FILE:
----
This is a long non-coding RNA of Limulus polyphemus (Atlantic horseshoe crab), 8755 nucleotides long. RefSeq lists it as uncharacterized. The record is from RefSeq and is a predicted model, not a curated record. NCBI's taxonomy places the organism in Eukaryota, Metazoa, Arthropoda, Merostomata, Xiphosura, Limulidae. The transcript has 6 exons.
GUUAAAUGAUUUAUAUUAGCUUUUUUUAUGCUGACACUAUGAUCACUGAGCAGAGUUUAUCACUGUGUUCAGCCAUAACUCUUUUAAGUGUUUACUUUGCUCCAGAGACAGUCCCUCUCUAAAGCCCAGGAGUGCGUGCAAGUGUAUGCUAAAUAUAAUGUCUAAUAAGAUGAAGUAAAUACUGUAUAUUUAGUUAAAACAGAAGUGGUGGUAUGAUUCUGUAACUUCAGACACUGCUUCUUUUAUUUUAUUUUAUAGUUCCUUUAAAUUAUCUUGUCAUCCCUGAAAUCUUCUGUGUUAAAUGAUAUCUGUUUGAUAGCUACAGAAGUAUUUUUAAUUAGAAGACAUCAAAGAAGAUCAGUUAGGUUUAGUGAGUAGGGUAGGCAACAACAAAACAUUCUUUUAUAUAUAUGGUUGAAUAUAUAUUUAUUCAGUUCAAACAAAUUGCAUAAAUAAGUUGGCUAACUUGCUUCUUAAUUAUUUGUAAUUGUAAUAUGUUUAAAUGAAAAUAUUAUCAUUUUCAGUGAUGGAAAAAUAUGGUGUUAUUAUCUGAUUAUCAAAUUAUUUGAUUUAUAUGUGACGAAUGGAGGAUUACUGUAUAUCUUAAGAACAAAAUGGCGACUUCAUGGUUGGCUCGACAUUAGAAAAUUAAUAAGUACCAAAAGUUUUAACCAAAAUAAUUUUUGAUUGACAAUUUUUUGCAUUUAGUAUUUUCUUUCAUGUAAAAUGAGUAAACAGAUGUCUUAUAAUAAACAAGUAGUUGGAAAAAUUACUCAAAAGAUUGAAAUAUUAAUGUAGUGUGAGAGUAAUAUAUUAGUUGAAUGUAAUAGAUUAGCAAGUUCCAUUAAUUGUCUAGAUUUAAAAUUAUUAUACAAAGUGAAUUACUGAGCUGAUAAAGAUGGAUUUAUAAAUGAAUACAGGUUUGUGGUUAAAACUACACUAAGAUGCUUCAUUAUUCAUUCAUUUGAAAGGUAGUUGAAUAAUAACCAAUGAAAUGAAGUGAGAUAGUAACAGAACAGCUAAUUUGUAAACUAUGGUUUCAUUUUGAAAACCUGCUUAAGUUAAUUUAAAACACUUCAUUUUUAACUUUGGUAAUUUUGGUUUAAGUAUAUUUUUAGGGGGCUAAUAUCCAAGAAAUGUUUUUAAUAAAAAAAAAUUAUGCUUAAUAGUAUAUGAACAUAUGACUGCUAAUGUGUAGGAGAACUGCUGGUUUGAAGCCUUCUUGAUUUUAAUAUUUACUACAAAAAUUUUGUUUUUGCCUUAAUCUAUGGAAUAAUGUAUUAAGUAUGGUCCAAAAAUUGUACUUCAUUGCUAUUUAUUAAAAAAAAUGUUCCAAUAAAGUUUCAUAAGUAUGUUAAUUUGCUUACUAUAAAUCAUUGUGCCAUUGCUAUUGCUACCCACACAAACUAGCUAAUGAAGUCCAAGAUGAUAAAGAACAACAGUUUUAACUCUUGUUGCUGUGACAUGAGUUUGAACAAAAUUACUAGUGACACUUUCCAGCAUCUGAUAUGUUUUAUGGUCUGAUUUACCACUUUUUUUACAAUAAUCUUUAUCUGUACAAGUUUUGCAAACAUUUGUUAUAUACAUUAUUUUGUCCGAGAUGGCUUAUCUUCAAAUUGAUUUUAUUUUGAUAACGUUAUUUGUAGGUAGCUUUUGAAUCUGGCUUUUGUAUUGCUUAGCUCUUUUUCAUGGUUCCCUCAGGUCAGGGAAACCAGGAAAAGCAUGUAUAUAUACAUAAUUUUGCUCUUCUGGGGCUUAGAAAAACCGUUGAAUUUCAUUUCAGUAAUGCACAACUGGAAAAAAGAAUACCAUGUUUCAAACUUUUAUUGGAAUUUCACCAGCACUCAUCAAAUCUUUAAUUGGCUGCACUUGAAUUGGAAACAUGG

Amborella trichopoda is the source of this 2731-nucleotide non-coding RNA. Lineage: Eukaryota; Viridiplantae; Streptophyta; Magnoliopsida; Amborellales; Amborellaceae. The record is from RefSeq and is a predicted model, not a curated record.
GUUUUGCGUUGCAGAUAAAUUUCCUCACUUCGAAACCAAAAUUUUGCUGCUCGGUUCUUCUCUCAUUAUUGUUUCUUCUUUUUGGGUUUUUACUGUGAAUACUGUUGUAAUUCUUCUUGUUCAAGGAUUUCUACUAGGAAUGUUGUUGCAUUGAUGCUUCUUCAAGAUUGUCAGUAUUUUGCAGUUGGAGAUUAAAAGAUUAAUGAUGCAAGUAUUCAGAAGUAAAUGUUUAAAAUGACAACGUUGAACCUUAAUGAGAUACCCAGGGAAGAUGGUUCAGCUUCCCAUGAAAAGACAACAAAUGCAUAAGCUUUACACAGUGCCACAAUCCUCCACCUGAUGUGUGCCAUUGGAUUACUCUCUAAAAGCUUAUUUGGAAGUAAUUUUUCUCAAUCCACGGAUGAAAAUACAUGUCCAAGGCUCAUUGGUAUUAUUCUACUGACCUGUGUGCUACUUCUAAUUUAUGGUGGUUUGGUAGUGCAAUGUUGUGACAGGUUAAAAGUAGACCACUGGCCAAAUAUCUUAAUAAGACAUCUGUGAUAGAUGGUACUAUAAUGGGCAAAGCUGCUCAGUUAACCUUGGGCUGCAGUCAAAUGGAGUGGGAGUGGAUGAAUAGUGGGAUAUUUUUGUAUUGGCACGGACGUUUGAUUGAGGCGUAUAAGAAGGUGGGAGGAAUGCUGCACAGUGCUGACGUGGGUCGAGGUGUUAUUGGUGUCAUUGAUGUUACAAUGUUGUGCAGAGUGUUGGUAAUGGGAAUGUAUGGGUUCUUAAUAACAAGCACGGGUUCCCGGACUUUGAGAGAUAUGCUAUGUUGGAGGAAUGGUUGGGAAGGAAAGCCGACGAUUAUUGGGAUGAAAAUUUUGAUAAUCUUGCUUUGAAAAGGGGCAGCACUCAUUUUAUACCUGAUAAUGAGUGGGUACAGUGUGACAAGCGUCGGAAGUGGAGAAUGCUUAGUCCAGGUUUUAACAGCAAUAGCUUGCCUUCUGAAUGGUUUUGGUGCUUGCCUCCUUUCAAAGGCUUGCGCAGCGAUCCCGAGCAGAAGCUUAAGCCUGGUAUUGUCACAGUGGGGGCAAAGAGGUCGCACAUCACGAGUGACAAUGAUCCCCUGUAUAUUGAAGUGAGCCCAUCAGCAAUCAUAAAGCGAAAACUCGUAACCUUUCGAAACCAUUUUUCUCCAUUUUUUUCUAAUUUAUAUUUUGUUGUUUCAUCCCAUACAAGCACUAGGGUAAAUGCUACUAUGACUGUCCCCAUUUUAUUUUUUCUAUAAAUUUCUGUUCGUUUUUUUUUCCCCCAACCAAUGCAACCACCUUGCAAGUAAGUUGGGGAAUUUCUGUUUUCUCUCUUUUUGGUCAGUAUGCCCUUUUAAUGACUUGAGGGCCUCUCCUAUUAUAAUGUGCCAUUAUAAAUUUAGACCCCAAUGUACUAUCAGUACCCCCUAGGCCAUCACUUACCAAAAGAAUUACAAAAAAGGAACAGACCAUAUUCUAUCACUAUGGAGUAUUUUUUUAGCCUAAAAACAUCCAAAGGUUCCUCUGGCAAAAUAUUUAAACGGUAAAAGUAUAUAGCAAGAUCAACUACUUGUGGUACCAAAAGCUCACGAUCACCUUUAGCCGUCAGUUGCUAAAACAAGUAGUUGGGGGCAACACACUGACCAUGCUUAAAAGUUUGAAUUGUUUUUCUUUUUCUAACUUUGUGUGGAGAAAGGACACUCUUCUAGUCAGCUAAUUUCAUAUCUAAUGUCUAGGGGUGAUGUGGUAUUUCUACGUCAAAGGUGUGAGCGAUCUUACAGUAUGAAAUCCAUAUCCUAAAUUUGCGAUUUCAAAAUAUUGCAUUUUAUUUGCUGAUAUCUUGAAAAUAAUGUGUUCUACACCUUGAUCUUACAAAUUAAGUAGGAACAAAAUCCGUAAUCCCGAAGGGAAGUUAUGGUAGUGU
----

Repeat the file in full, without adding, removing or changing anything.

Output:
This is a long non-coding RNA of Limulus polyphemus (Atlantic horseshoe crab), 8755 nucleotides long. RefSeq lists it as uncharacterized. The record is from RefSeq and is a predicted model, not a curated record. NCBI's taxonomy places the organism in Eukaryota, Metazoa, Arthropoda, Merostomata, Xiphosura, Limulidae. The transcript has 6 exons.
GUUAAAUGAUUUAUAUUAGCUUUUUUUAUGCUGACACUAUGAUCACUGAGCAGAGUUUAUCACUGUGUUCAGCCAUAACUCUUUUAAGUGUUUACUUUGCUCCAGAGACAGUCCCUCUCUAAAGCCCAGGAGUGCGUGCAAGUGUAUGCUAAAUAUAAUGUCUAAUAAGAUGAAGUAAAUACUGUAUAUUUAGUUAAAACAGAAGUGGUGGUAUGAUUCUGUAACUUCAGACACUGCUUCUUUUAUUUUAUUUUAUAGUUCCUUUAAAUUAUCUUGUCAUCCCUGAAAUCUUCUGUGUUAAAUGAUAUCUGUUUGAUAGCUACAGAAGUAUUUUUAAUUAGAAGACAUCAAAGAAGAUCAGUUAGGUUUAGUGAGUAGGGUAGGCAACAACAAAACAUUCUUUUAUAUAUAUGGUUGAAUAUAUAUUUAUUCAGUUCAAACAAAUUGCAUAAAUAAGUUGGCUAACUUGCUUCUUAAUUAUUUGUAAUUGUAAUAUGUUUAAAUGAAAAUAUUAUCAUUUUCAGUGAUGGAAAAAUAUGGUGUUAUUAUCUGAUUAUCAAAUUAUUUGAUUUAUAUGUGACGAAUGGAGGAUUACUGUAUAUCUUAAGAACAAAAUGGCGACUUCAUGGUUGGCUCGACAUUAGAAAAUUAAUAAGUACCAAAAGUUUUAACCAAAAUAAUUUUUGAUUGACAAUUUUUUGCAUUUAGUAUUUUCUUUCAUGUAAAAUGAGUAAACAGAUGUCUUAUAAUAAACAAGUAGUUGGAAAAAUUACUCAAAAGAUUGAAAUAUUAAUGUAGUGUGAGAGUAAUAUAUUAGUUGAAUGUAAUAGAUUAGCAAGUUCCAUUAAUUGUCUAGAUUUAAAAUUAUUAUACAAAGUGAAUUACUGAGCUGAUAAAGAUGGAUUUAUAAAUGAAUACAGGUUUGUGGUUAAAACUACACUAAGAUGCUUCAUUAUUCAUUCAUUUGAAAGGUAGUUGAAUAAUAACCAAUGAAAUGAAGUGAGAUAGUAACAGAACAGCUAAUUUGUAAACUAUGGUUUCAUUUUGAAAACCUGCUUAAGUUAAUUUAAAACACUUCAUUUUUAACUUUGGUAAUUUUGGUUUAAGUAUAUUUUUAGGGGGCUAAUAUCCAAGAAAUGUUUUUAAUAAAAAAAAAUUAUGCUUAAUAGUAUAUGAACAUAUGACUGCUAAUGUGUAGGAGAACUGCUGGUUUGAAGCCUUCUUGAUUUUAAUAUUUACUACAAAAAUUUUGUUUUUGCCUUAAUCUAUGGAAUAAUGUAUUAAGUAUGGUCCAAAAAUUGUACUUCAUUGCUAUUUAUUAAAAAAAAUGUUCCAAUAAAGUUUCAUAAGUAUGUUAAUUUGCUUACUAUAAAUCAUUGUGCCAUUGCUAUUGCUACCCACACAAACUAGCUAAUGAAGUCCAAGAUGAUAAAGAACAACAGUUUUAACUCUUGUUGCUGUGACAUGAGUUUGAACAAAAUUACUAGUGACACUUUCCAGCAUCUGAUAUGUUUUAUGGUCUGAUUUACCACUUUUUUUACAAUAAUCUUUAUCUGUACAAGUUUUGCAAACAUUUGUUAUAUACAUUAUUUUGUCCGAGAUGGCUUAUCUUCAAAUUGAUUUUAUUUUGAUAACGUUAUUUGUAGGUAGCUUUUGAAUCUGGCUUUUGUAUUGCUUAGCUCUUUUUCAUGGUUCCCUCAGGUCAGGGAAACCAGGAAAAGCAUGUAUAUAUACAUAAUUUUGCUCUUCUGGGGCUUAGAAAAACCGUUGAAUUUCAUUUCAGUAAUGCACAACUGGAAAAAAGAAUACCAUGUUUCAAACUUUUAUUGGAAUUUCACCAGCACUCAUCAAAUCUUUAAUUGGCUGCACUUGAAUUGGAAACAUGG

Amborella trichopoda is the source of this 2731-nucleotide non-coding RNA. Lineage: Eukaryota; Viridiplantae; Streptophyta; Magnoliopsida; Amborellales; Amborellaceae. The record is from RefSeq and is a predicted model, not a curated record.
GUUUUGCGUUGCAGAUAAAUUUCCUCACUUCGAAACCAAAAUUUUGCUGCUCGGUUCUUCUCUCAUUAUUGUUUCUUCUUUUUGGGUUUUUACUGUGAAUACUGUUGUAAUUCUUCUUGUUCAAGGAUUUCUACUAGGAAUGUUGUUGCAUUGAUGCUUCUUCAAGAUUGUCAGUAUUUUGCAGUUGGAGAUUAAAAGAUUAAUGAUGCAAGUAUUCAGAAGUAAAUGUUUAAAAUGACAACGUUGAACCUUAAUGAGAUACCCAGGGAAGAUGGUUCAGCUUCCCAUGAAAAGACAACAAAUGCAUAAGCUUUACACAGUGCCACAAUCCUCCACCUGAUGUGUGCCAUUGGAUUACUCUCUAAAAGCUUAUUUGGAAGUAAUUUUUCUCAAUCCACGGAUGAAAAUACAUGUCCAAGGCUCAUUGGUAUUAUUCUACUGACCUGUGUGCUACUUCUAAUUUAUGGUGGUUUGGUAGUGCAAUGUUGUGACAGGUUAAAAGUAGACCACUGGCCAAAUAUCUUAAUAAGACAUCUGUGAUAGAUGGUACUAUAAUGGGCAAAGCUGCUCAGUUAACCUUGGGCUGCAGUCAAAUGGAGUGGGAGUGGAUGAAUAGUGGGAUAUUUUUGUAUUGGCACGGACGUUUGAUUGAGGCGUAUAAGAAGGUGGGAGGAAUGCUGCACAGUGCUGACGUGGGUCGAGGUGUUAUUGGUGUCAUUGAUGUUACAAUGUUGUGCAGAGUGUUGGUAAUGGGAAUGUAUGGGUUCUUAAUAACAAGCACGGGUUCCCGGACUUUGAGAGAUAUGCUAUGUUGGAGGAAUGGUUGGGAAGGAAAGCCGACGAUUAUUGGGAUGAAAAUUUUGAUAAUCUUGCUUUGAAAAGGGGCAGCACUCAUUUUAUACCUGAUAAUGAGUGGGUACAGUGUGACAAGCGUCGGAAGUGGAGAAUGCUUAGUCCAGGUUUUAACAGCAAUAGCUUGCCUUCUGAAUGGUUUUGGUGCUUGCCUCCUUUCAAAGGCUUGCGCAGCGAUCCCGAGCAGAAGCUUAAGCCUGGUAUUGUCACAGUGGGGGCAAAGAGGUCGCACAUCACGAGUGACAAUGAUCCCCUGUAUAUUGAAGUGAGCCCAUCAGCAAUCAUAAAGCGAAAACUCGUAACCUUUCGAAACCAUUUUUCUCCAUUUUUUUCUAAUUUAUAUUUUGUUGUUUCAUCCCAUACAAGCACUAGGGUAAAUGCUACUAUGACUGUCCCCAUUUUAUUUUUUCUAUAAAUUUCUGUUCGUUUUUUUUUCCCCCAACCAAUGCAACCACCUUGCAAGUAAGUUGGGGAAUUUCUGUUUUCUCUCUUUUUGGUCAGUAUGCCCUUUUAAUGACUUGAGGGCCUCUCCUAUUAUAAUGUGCCAUUAUAAAUUUAGACCCCAAUGUACUAUCAGUACCCCCUAGGCCAUCACUUACCAAAAGAAUUACAAAAAAGGAACAGACCAUAUUCUAUCACUAUGGAGUAUUUUUUUAGCCUAAAAACAUCCAAAGGUUCCUCUGGCAAAAUAUUUAAACGGUAAAAGUAUAUAGCAAGAUCAACUACUUGUGGUACCAAAAGCUCACGAUCACCUUUAGCCGUCAGUUGCUAAAACAAGUAGUUGGGGGCAACACACUGACCAUGCUUAAAAGUUUGAAUUGUUUUUCUUUUUCUAACUUUGUGUGGAGAAAGGACACUCUUCUAGUCAGCUAAUUUCAUAUCUAAUGUCUAGGGGUGAUGUGGUAUUUCUACGUCAAAGGUGUGAGCGAUCUUACAGUAUGAAAUCCAUAUCCUAAAUUUGCGAUUUCAAAAUAUUGCAUUUUAUUUGCUGAUAUCUUGAAAAUAAUGUGUUCUACACCUUGAUCUUACAAAUUAAGUAGGAACAAAAUCCGUAAUCCCGAAGGGAAGUUAUGGUAGUGU